Integrated maintenance model for heavy haul tracks

Due to the accumulation of traffic, the railway components are affected by the induced stresses. As a result, the geometry of the railways is degraded over time. The degradation occurs either through the partial loss of the track's geometry or through the development of a specific damage on the track component. The degradation of the vertical geometry is due to the permanent deformation of the granular materials that results from the progressive rearrangement of the granular particles from the ballast and subgrade layers. In order to reduce the impact of degradation, different methods of maintenance are used. Tamping is a common procedure to restore the track position of ballasted tracks. For the rails, a grinding process is used to eliminate partially rail roughness, while ballast renewal is employed when ballast material attains a certain level of deterioration. The different maintenance types are performed under different strategies. In the active approach, maintenances are executed according to pre-determined values of accumulated transported materials, while in the reactive strategy, a value of a structural or geometric parameter is used to determine the moment a maintenance must be executed. Therefore, the problem related to the degradation of railway tracks subjected to high loads, typically larger than 22.5tons/axle, is a particular case. These loads attain values of approximately 40 tons/axle, as in the case of railways for transportation of commodities. In a heavy haul scenario, the higher values of loads lead to extra amount of efforts on the track elements that may cause excessive damage in a component level, hence causing faster general track deterioration. The aim of this research is to provide answers related to the structural and geometric conditions under load increase and its consequence on maintenance, including a cost analysis. These results are useful for rail managers, so as to have a preview of certain potential structural and geometric consequences at the railway components. Moreover, the knowledge about the impact of maintenances on tracks' structure is useful for maintenance strategy selection. The maintenance costs, in a certain time period under different loads, assists to decide the strategy to follow in the case of load increasing planning. In this research, an accumulative track degradation model is developed and used to determine the struc-tural and geometric responses, and consequently the needs for maintenances over time. The model con-siders the evolution of the parameters in function of traffic accumulation and material degradation. Different types of maintenance are considered in this model, including their specific consequences to the track structure. For a certain scenario defined by initial operational, structural and geometric conditions, the structural and geometric parameters are calculated over time. Therefore, the number of maintenances is determined taking into account the different maintenance strategies. The costs are calculated from the executed maintenances. The results are presented considering a case study of a heavy haul railway, and in particular for transportation of iron ore material. In the simulation, representative data from a heavy haul scenario for operational and structural conditions are used, in order to determine the impact of load increase on track behavior under two different maintenance strategies. Furthermore, these strategies are evaluated based on their cost and the general impacts on the track structure. A cost analysis is also conducted in a scenario of load increase considering different maintenance strategies and different number of simultaneously working maintenance teams. This analysis with structural and geometric data aims to provide an indication about a maintenance strategy decision and/or procedures to optimize the track performance subjected to high loads.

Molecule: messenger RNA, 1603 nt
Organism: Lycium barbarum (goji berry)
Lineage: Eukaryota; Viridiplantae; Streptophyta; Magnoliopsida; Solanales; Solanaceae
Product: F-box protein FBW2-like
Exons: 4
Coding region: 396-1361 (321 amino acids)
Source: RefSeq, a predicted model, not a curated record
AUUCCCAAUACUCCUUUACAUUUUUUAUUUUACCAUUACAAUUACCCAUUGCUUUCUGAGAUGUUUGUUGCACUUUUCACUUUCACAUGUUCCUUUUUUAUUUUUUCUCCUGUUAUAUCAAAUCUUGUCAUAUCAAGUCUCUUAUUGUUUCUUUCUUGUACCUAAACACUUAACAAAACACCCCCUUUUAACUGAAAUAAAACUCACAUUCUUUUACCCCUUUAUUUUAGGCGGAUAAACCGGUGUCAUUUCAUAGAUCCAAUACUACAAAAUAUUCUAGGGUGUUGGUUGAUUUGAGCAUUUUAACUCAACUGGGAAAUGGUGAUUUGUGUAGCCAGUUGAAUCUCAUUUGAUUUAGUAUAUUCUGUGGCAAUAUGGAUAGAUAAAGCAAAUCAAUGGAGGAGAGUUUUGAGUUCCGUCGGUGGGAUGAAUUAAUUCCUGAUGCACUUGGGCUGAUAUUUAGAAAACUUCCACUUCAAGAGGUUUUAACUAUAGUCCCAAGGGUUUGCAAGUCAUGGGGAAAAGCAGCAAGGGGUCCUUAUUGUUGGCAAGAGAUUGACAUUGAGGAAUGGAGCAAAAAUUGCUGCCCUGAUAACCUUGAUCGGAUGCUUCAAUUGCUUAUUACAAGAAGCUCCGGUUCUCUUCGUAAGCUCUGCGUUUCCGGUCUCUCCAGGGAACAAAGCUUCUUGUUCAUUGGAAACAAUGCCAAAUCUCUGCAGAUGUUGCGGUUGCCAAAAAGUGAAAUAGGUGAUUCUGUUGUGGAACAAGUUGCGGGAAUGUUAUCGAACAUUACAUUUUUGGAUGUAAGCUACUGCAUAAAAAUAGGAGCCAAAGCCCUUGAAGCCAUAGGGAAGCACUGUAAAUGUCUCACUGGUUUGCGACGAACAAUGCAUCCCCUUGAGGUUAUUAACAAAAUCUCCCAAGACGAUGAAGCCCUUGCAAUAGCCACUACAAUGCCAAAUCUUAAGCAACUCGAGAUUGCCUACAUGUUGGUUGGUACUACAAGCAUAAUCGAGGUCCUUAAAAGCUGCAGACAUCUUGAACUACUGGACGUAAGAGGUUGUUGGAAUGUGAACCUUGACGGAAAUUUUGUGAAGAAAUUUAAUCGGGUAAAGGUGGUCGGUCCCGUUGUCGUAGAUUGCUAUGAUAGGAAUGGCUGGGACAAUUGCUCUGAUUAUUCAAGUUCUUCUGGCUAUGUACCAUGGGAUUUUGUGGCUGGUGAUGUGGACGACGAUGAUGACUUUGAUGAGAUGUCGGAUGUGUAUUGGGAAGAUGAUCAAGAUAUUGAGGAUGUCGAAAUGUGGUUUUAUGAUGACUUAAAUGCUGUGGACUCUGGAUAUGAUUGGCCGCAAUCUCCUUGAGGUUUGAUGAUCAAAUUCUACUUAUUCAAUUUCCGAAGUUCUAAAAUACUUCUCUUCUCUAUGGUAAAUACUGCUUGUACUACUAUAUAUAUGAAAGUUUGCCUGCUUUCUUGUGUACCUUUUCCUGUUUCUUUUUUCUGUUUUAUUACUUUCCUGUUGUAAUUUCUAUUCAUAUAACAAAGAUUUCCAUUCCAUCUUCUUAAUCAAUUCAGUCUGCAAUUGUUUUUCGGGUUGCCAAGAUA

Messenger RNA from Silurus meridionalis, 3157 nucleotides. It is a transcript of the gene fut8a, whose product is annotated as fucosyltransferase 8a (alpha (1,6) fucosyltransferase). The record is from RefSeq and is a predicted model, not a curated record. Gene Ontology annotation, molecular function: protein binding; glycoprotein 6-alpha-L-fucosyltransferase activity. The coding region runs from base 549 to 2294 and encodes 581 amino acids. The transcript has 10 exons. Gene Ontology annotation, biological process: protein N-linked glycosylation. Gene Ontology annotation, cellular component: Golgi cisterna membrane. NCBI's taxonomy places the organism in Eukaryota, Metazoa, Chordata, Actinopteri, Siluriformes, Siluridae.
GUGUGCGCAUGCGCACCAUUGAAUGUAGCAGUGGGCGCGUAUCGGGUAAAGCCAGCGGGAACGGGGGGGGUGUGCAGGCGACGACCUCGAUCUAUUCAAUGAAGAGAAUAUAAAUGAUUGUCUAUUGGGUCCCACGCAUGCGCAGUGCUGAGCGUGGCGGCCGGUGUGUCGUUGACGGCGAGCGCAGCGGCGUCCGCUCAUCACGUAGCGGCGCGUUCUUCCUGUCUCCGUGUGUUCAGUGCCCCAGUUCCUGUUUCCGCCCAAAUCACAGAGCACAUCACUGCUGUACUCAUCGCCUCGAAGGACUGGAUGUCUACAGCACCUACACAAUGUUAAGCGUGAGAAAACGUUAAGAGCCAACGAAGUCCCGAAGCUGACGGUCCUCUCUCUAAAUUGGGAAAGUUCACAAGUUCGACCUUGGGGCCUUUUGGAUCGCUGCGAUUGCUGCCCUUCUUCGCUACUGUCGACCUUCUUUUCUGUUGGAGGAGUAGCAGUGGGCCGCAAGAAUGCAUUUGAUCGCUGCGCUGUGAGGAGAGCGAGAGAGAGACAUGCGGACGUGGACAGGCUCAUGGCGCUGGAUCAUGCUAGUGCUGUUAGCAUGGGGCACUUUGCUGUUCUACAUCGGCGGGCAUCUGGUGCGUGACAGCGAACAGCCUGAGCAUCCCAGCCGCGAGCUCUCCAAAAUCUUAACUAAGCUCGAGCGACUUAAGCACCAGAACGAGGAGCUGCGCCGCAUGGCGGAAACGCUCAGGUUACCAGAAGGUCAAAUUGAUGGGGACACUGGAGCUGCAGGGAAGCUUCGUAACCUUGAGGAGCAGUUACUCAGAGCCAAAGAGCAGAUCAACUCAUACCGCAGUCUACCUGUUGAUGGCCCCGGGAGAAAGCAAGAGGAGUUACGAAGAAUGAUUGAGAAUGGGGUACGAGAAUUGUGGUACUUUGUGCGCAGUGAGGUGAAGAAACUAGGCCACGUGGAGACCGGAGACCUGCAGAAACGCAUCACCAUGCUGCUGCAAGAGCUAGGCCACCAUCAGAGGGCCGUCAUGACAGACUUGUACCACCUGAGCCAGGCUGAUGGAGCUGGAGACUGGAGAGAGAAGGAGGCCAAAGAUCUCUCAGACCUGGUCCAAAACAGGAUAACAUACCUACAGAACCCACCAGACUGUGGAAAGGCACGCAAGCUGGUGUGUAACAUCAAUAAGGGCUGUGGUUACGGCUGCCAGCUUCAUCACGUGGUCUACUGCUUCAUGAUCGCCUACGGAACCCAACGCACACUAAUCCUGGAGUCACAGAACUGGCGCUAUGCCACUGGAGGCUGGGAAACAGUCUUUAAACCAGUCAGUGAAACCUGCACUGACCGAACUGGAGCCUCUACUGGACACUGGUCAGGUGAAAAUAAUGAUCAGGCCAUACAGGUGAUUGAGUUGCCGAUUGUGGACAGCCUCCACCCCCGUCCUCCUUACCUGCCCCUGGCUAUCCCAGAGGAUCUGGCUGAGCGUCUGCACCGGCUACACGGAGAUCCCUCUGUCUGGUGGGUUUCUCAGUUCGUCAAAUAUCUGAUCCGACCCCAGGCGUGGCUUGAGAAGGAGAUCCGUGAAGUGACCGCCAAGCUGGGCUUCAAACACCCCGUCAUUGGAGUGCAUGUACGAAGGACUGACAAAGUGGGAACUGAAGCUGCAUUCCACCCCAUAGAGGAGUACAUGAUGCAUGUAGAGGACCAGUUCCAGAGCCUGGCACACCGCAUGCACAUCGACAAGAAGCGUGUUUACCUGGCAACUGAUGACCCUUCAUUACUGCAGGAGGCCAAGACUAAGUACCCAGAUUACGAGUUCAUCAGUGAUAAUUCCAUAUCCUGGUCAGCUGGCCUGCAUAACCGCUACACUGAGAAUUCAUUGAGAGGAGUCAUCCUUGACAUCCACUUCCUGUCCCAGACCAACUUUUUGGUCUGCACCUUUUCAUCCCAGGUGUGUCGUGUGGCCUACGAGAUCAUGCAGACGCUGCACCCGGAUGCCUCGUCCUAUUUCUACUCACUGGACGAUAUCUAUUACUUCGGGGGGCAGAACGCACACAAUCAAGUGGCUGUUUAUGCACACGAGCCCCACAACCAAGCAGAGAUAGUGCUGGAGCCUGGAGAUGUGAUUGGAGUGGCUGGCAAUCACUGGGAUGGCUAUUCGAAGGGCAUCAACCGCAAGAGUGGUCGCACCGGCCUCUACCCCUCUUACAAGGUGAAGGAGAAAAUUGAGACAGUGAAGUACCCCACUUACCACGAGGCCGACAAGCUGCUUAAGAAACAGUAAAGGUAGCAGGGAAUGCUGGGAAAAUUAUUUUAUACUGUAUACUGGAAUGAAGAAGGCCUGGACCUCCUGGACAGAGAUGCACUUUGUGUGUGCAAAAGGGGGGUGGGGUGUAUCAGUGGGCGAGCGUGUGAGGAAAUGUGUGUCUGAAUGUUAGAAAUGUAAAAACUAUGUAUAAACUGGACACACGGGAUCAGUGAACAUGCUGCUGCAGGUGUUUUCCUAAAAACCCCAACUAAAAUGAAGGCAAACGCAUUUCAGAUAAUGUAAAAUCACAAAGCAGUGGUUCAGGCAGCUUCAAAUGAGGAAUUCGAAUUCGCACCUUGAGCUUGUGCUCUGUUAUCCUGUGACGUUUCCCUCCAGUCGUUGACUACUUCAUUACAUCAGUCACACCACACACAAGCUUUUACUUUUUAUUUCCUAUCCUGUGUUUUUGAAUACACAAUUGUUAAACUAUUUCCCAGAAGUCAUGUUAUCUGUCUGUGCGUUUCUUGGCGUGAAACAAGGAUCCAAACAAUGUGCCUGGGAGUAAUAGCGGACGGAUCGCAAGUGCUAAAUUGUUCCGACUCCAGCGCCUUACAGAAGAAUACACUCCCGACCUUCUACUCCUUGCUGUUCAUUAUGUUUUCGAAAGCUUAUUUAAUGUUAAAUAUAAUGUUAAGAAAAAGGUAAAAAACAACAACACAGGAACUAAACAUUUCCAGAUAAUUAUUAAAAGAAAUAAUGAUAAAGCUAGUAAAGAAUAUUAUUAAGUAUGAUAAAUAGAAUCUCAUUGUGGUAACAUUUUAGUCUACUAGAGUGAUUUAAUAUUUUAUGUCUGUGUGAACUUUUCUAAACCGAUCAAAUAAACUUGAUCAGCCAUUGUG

Dumont, André-Gilles
Lausanne, EPFL
Other identifiers:
urn: urn:nbn:ch:bel-epfl-thesis6914-3

Note: The status of this file is: EPFL only

 Record created 2016-02-16, last modified 2018-03-17

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